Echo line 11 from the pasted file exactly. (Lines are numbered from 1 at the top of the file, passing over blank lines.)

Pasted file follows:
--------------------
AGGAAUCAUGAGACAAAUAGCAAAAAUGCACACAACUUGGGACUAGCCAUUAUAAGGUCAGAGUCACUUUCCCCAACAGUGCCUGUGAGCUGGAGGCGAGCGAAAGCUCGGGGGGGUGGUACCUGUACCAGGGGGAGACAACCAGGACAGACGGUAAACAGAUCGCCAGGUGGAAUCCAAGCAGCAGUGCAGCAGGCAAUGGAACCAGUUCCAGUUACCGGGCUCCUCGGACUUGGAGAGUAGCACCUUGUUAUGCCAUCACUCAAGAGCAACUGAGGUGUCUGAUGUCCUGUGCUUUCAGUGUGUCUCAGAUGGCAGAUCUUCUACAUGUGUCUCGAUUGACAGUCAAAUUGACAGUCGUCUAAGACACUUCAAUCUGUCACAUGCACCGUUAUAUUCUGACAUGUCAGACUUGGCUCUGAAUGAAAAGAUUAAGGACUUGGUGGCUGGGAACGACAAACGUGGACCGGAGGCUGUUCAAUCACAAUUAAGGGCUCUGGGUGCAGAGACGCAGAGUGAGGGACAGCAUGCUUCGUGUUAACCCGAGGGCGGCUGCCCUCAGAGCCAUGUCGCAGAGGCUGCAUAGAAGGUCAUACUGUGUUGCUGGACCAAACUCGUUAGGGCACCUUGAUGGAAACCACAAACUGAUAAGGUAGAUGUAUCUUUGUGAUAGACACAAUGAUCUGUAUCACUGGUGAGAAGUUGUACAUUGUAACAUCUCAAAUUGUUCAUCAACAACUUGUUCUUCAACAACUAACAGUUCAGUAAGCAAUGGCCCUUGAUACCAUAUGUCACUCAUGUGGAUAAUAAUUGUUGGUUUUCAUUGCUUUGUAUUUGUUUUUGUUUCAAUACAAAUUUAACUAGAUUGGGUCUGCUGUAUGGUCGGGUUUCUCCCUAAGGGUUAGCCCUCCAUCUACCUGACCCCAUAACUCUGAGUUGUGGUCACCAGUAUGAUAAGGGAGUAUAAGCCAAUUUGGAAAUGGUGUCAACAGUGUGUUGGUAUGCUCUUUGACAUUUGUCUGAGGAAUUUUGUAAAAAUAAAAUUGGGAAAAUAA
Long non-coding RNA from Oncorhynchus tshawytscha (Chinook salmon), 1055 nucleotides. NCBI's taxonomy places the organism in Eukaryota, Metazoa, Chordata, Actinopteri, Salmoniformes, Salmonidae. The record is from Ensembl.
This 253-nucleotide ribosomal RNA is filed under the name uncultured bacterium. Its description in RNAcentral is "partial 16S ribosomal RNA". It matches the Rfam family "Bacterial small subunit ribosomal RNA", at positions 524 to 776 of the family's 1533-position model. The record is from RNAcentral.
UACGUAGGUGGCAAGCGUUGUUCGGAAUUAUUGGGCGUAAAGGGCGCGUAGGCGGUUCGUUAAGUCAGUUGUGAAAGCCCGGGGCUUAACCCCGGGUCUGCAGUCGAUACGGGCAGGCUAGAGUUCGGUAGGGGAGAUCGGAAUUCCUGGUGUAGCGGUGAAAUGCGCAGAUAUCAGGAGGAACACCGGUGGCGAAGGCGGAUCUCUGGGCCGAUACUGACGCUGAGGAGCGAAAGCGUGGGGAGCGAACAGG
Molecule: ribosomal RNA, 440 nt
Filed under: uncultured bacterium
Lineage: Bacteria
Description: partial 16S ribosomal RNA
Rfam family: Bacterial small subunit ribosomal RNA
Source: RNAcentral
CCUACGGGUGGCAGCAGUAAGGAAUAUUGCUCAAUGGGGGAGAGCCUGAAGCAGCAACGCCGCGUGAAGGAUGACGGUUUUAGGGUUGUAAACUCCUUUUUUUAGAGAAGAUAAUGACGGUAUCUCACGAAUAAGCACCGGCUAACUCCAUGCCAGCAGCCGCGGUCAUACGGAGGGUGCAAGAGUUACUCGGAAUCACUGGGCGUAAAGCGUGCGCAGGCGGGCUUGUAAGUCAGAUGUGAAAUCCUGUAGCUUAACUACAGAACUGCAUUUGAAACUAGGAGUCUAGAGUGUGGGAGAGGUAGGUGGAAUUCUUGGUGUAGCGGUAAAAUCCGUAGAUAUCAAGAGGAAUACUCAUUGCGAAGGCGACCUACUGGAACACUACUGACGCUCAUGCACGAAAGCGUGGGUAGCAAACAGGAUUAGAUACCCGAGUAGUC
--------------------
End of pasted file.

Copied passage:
CCUACGGGUGGCAGCAGUAAGGAAUAUUGCUCAAUGGGGGAGAGCCUGAAGCAGCAACGCCGCGUGAAGGAUGACGGUUUUAGGGUUGUAAACUCCUUUUUUUAGAGAAGAUAAUGACGGUAUCUCACGAAUAAGCACCGGCUAACUCCAUGCCAGCAGCCGCGGUCAUACGGAGGGUGCAAGAGUUACUCGGAAUCACUGGGCGUAAAGCGUGCGCAGGCGGGCUUGUAAGUCAGAUGUGAAAUCCUGUAGCUUAACUACAGAACUGCAUUUGAAACUAGGAGUCUAGAGUGUGGGAGAGGUAGGUGGAAUUCUUGGUGUAGCGGUAAAAUCCGUAGAUAUCAAGAGGAAUACUCAUUGCGAAGGCGACCUACUGGAACACUACUGACGCUCAUGCACGAAAGCGUGGGUAGCAAACAGGAUUAGAUACCCGAGUAGUC